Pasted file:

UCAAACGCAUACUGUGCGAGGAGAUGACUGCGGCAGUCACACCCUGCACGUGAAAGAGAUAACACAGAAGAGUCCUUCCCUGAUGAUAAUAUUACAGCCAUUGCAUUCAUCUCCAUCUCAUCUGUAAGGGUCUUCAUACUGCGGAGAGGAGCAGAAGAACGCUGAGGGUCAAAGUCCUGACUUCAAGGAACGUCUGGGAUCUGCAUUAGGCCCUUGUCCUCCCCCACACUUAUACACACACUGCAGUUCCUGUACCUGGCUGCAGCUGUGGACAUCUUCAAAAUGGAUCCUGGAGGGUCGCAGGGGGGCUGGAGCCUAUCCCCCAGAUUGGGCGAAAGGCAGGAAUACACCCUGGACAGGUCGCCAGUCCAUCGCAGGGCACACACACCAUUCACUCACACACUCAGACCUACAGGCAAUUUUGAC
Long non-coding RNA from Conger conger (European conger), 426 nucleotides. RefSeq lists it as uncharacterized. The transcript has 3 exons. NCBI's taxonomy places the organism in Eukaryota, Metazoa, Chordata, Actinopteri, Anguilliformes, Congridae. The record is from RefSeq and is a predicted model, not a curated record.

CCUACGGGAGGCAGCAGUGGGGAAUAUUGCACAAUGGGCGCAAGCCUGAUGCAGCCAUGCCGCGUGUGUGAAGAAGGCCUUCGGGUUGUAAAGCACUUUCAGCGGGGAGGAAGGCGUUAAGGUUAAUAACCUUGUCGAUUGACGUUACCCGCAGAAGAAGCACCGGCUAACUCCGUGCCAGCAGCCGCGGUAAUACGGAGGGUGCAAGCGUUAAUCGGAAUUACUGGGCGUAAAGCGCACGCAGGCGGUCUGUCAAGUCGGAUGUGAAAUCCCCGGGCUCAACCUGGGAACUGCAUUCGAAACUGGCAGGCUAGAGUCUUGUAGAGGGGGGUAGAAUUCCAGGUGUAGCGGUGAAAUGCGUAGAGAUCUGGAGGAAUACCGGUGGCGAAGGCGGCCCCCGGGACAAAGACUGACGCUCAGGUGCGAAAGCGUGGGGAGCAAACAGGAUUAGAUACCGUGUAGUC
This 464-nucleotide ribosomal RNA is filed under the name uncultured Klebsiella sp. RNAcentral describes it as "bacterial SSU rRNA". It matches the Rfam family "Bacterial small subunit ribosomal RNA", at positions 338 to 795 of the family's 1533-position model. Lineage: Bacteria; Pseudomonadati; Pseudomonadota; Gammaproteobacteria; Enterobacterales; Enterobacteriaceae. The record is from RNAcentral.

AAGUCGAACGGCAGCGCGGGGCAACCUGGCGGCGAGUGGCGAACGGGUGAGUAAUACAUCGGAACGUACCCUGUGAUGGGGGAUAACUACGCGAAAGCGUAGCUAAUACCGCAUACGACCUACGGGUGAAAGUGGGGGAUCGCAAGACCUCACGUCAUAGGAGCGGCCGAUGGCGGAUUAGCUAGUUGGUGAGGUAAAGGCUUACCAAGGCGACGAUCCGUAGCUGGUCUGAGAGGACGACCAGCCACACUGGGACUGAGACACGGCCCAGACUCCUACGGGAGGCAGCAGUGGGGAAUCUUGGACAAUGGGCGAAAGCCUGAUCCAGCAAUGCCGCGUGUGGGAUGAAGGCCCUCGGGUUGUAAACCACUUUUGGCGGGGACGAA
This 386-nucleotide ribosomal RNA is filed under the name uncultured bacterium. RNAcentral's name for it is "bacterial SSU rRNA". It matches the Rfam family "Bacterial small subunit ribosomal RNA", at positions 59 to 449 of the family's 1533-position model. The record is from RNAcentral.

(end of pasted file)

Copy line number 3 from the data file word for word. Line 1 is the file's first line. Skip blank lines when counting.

CCUACGGGAGGCAGCAGUGGGGAAUAUUGCACAAUGGGCGCAAGCCUGAUGCAGCCAUGCCGCGUGUGUGAAGAAGGCCUUCGGGUUGUAAAGCACUUUCAGCGGGGAGGAAGGCGUUAAGGUUAAUAACCUUGUCGAUUGACGUUACCCGCAGAAGAAGCACCGGCUAACUCCGUGCCAGCAGCCGCGGUAAUACGGAGGGUGCAAGCGUUAAUCGGAAUUACUGGGCGUAAAGCGCACGCAGGCGGUCUGUCAAGUCGGAUGUGAAAUCCCCGGGCUCAACCUGGGAACUGCAUUCGAAACUGGCAGGCUAGAGUCUUGUAGAGGGGGGUAGAAUUCCAGGUGUAGCGGUGAAAUGCGUAGAGAUCUGGAGGAAUACCGGUGGCGAAGGCGGCCCCCGGGACAAAGACUGACGCUCAGGUGCGAAAGCGUGGGGAGCAAACAGGAUUAGAUACCGUGUAGUC